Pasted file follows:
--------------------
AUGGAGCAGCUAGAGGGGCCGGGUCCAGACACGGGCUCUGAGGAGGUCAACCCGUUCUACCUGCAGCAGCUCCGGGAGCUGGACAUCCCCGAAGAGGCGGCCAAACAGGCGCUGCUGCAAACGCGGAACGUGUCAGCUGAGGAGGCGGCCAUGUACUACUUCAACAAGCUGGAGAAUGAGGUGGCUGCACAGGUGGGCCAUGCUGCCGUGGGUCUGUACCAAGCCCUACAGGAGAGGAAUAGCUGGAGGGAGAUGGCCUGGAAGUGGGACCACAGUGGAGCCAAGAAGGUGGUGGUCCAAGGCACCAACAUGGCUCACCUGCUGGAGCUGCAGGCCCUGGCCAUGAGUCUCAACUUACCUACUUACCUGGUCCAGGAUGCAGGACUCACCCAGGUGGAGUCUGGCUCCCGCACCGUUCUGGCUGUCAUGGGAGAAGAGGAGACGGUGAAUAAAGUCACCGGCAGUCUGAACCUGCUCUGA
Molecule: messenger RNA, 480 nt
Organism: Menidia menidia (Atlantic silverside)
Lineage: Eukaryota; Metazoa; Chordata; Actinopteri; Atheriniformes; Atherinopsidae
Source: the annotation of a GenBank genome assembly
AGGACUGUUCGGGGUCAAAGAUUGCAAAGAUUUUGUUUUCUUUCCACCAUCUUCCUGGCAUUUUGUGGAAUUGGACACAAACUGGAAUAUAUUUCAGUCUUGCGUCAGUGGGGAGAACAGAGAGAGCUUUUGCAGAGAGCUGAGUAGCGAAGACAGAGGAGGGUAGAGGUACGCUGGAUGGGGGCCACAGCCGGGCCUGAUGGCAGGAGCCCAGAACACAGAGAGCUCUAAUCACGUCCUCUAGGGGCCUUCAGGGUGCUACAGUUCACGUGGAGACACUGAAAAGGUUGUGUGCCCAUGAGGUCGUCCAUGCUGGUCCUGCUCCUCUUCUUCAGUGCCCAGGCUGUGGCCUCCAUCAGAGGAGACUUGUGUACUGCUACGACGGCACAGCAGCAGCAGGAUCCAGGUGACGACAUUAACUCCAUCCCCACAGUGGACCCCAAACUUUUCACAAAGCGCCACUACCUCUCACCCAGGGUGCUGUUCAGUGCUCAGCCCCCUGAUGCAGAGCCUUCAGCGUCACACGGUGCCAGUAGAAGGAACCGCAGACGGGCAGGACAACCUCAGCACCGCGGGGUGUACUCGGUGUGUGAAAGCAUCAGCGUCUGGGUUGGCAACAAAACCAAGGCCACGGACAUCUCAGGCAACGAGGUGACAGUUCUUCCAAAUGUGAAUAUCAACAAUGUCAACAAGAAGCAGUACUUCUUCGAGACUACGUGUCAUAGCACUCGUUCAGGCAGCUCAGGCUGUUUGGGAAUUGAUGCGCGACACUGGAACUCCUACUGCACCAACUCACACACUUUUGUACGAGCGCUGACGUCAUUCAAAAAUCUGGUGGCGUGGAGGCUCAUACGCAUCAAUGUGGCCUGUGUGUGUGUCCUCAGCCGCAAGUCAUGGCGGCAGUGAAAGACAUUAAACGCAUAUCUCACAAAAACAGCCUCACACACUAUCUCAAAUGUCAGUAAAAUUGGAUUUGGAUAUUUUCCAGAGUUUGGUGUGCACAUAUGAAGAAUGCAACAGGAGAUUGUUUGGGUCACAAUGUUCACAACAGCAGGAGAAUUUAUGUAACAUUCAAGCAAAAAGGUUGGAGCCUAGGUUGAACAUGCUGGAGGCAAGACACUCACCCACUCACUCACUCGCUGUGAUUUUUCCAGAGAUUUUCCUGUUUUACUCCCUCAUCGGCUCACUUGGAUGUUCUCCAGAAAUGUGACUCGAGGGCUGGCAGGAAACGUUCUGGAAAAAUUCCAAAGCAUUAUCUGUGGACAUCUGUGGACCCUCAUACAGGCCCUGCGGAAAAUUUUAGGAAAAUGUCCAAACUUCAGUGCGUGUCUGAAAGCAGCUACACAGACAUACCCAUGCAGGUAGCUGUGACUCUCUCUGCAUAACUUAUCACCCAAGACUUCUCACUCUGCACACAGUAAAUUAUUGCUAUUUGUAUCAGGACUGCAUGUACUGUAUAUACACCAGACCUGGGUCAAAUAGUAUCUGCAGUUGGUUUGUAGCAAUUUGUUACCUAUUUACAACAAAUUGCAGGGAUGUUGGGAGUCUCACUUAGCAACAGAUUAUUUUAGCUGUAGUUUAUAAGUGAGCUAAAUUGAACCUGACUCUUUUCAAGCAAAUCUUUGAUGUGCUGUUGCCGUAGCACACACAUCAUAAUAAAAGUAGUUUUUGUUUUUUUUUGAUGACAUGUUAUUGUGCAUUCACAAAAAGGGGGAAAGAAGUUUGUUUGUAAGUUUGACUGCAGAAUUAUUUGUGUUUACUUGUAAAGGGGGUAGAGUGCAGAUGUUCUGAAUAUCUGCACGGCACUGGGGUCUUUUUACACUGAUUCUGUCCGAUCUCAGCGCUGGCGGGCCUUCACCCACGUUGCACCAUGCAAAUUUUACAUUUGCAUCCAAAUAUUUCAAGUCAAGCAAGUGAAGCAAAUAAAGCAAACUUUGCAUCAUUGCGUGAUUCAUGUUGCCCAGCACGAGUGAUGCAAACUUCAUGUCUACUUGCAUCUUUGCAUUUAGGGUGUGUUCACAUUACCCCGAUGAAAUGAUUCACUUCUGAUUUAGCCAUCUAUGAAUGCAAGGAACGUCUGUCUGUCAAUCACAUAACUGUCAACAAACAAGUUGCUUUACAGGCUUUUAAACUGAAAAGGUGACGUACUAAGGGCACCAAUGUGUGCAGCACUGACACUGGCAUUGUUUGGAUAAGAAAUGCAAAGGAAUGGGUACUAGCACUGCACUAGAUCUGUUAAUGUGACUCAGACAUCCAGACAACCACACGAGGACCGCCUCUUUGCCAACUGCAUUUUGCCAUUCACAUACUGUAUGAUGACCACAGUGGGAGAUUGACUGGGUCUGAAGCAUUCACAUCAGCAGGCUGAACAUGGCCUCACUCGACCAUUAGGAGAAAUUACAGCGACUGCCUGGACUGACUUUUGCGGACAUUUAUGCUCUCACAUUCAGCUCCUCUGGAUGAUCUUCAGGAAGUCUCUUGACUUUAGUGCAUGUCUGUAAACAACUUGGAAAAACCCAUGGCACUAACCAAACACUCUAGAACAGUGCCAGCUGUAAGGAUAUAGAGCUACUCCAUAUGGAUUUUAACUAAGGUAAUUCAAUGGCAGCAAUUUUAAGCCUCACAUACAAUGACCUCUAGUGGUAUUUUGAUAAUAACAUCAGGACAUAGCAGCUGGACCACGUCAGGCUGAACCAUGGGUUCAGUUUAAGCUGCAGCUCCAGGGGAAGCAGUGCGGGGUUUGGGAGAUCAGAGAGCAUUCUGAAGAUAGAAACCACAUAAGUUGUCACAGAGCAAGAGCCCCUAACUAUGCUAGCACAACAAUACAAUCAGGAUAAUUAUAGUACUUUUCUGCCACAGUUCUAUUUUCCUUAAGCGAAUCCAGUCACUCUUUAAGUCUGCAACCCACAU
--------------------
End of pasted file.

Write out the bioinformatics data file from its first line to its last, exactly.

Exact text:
AUGGAGCAGCUAGAGGGGCCGGGUCCAGACACGGGCUCUGAGGAGGUCAACCCGUUCUACCUGCAGCAGCUCCGGGAGCUGGACAUCCCCGAAGAGGCGGCCAAACAGGCGCUGCUGCAAACGCGGAACGUGUCAGCUGAGGAGGCGGCCAUGUACUACUUCAACAAGCUGGAGAAUGAGGUGGCUGCACAGGUGGGCCAUGCUGCCGUGGGUCUGUACCAAGCCCUACAGGAGAGGAAUAGCUGGAGGGAGAUGGCCUGGAAGUGGGACCACAGUGGAGCCAAGAAGGUGGUGGUCCAAGGCACCAACAUGGCUCACCUGCUGGAGCUGCAGGCCCUGGCCAUGAGUCUCAACUUACCUACUUACCUGGUCCAGGAUGCAGGACUCACCCAGGUGGAGUCUGGCUCCCGCACCGUUCUGGCUGUCAUGGGAGAAGAGGAGACGGUGAAUAAAGUCACCGGCAGUCUGAACCUGCUCUGA
Molecule: messenger RNA, 480 nt
Organism: Menidia menidia (Atlantic silverside)
Lineage: Eukaryota; Metazoa; Chordata; Actinopteri; Atheriniformes; Atherinopsidae
Source: the annotation of a GenBank genome assembly
AGGACUGUUCGGGGUCAAAGAUUGCAAAGAUUUUGUUUUCUUUCCACCAUCUUCCUGGCAUUUUGUGGAAUUGGACACAAACUGGAAUAUAUUUCAGUCUUGCGUCAGUGGGGAGAACAGAGAGAGCUUUUGCAGAGAGCUGAGUAGCGAAGACAGAGGAGGGUAGAGGUACGCUGGAUGGGGGCCACAGCCGGGCCUGAUGGCAGGAGCCCAGAACACAGAGAGCUCUAAUCACGUCCUCUAGGGGCCUUCAGGGUGCUACAGUUCACGUGGAGACACUGAAAAGGUUGUGUGCCCAUGAGGUCGUCCAUGCUGGUCCUGCUCCUCUUCUUCAGUGCCCAGGCUGUGGCCUCCAUCAGAGGAGACUUGUGUACUGCUACGACGGCACAGCAGCAGCAGGAUCCAGGUGACGACAUUAACUCCAUCCCCACAGUGGACCCCAAACUUUUCACAAAGCGCCACUACCUCUCACCCAGGGUGCUGUUCAGUGCUCAGCCCCCUGAUGCAGAGCCUUCAGCGUCACACGGUGCCAGUAGAAGGAACCGCAGACGGGCAGGACAACCUCAGCACCGCGGGGUGUACUCGGUGUGUGAAAGCAUCAGCGUCUGGGUUGGCAACAAAACCAAGGCCACGGACAUCUCAGGCAACGAGGUGACAGUUCUUCCAAAUGUGAAUAUCAACAAUGUCAACAAGAAGCAGUACUUCUUCGAGACUACGUGUCAUAGCACUCGUUCAGGCAGCUCAGGCUGUUUGGGAAUUGAUGCGCGACACUGGAACUCCUACUGCACCAACUCACACACUUUUGUACGAGCGCUGACGUCAUUCAAAAAUCUGGUGGCGUGGAGGCUCAUACGCAUCAAUGUGGCCUGUGUGUGUGUCCUCAGCCGCAAGUCAUGGCGGCAGUGAAAGACAUUAAACGCAUAUCUCACAAAAACAGCCUCACACACUAUCUCAAAUGUCAGUAAAAUUGGAUUUGGAUAUUUUCCAGAGUUUGGUGUGCACAUAUGAAGAAUGCAACAGGAGAUUGUUUGGGUCACAAUGUUCACAACAGCAGGAGAAUUUAUGUAACAUUCAAGCAAAAAGGUUGGAGCCUAGGUUGAACAUGCUGGAGGCAAGACACUCACCCACUCACUCACUCGCUGUGAUUUUUCCAGAGAUUUUCCUGUUUUACUCCCUCAUCGGCUCACUUGGAUGUUCUCCAGAAAUGUGACUCGAGGGCUGGCAGGAAACGUUCUGGAAAAAUUCCAAAGCAUUAUCUGUGGACAUCUGUGGACCCUCAUACAGGCCCUGCGGAAAAUUUUAGGAAAAUGUCCAAACUUCAGUGCGUGUCUGAAAGCAGCUACACAGACAUACCCAUGCAGGUAGCUGUGACUCUCUCUGCAUAACUUAUCACCCAAGACUUCUCACUCUGCACACAGUAAAUUAUUGCUAUUUGUAUCAGGACUGCAUGUACUGUAUAUACACCAGACCUGGGUCAAAUAGUAUCUGCAGUUGGUUUGUAGCAAUUUGUUACCUAUUUACAACAAAUUGCAGGGAUGUUGGGAGUCUCACUUAGCAACAGAUUAUUUUAGCUGUAGUUUAUAAGUGAGCUAAAUUGAACCUGACUCUUUUCAAGCAAAUCUUUGAUGUGCUGUUGCCGUAGCACACACAUCAUAAUAAAAGUAGUUUUUGUUUUUUUUUGAUGACAUGUUAUUGUGCAUUCACAAAAAGGGGGAAAGAAGUUUGUUUGUAAGUUUGACUGCAGAAUUAUUUGUGUUUACUUGUAAAGGGGGUAGAGUGCAGAUGUUCUGAAUAUCUGCACGGCACUGGGGUCUUUUUACACUGAUUCUGUCCGAUCUCAGCGCUGGCGGGCCUUCACCCACGUUGCACCAUGCAAAUUUUACAUUUGCAUCCAAAUAUUUCAAGUCAAGCAAGUGAAGCAAAUAAAGCAAACUUUGCAUCAUUGCGUGAUUCAUGUUGCCCAGCACGAGUGAUGCAAACUUCAUGUCUACUUGCAUCUUUGCAUUUAGGGUGUGUUCACAUUACCCCGAUGAAAUGAUUCACUUCUGAUUUAGCCAUCUAUGAAUGCAAGGAACGUCUGUCUGUCAAUCACAUAACUGUCAACAAACAAGUUGCUUUACAGGCUUUUAAACUGAAAAGGUGACGUACUAAGGGCACCAAUGUGUGCAGCACUGACACUGGCAUUGUUUGGAUAAGAAAUGCAAAGGAAUGGGUACUAGCACUGCACUAGAUCUGUUAAUGUGACUCAGACAUCCAGACAACCACACGAGGACCGCCUCUUUGCCAACUGCAUUUUGCCAUUCACAUACUGUAUGAUGACCACAGUGGGAGAUUGACUGGGUCUGAAGCAUUCACAUCAGCAGGCUGAACAUGGCCUCACUCGACCAUUAGGAGAAAUUACAGCGACUGCCUGGACUGACUUUUGCGGACAUUUAUGCUCUCACAUUCAGCUCCUCUGGAUGAUCUUCAGGAAGUCUCUUGACUUUAGUGCAUGUCUGUAAACAACUUGGAAAAACCCAUGGCACUAACCAAACACUCUAGAACAGUGCCAGCUGUAAGGAUAUAGAGCUACUCCAUAUGGAUUUUAACUAAGGUAAUUCAAUGGCAGCAAUUUUAAGCCUCACAUACAAUGACCUCUAGUGGUAUUUUGAUAAUAACAUCAGGACAUAGCAGCUGGACCACGUCAGGCUGAACCAUGGGUUCAGUUUAAGCUGCAGCUCCAGGGGAAGCAGUGCGGGGUUUGGGAGAUCAGAGAGCAUUCUGAAGAUAGAAACCACAUAAGUUGUCACAGAGCAAGAGCCCCUAACUAUGCUAGCACAACAAUACAAUCAGGAUAAUUAUAGUACUUUUCUGCCACAGUUCUAUUUUCCUUAAGCGAAUCCAGUCACUCUUUAAGUCUGCAACCCACAU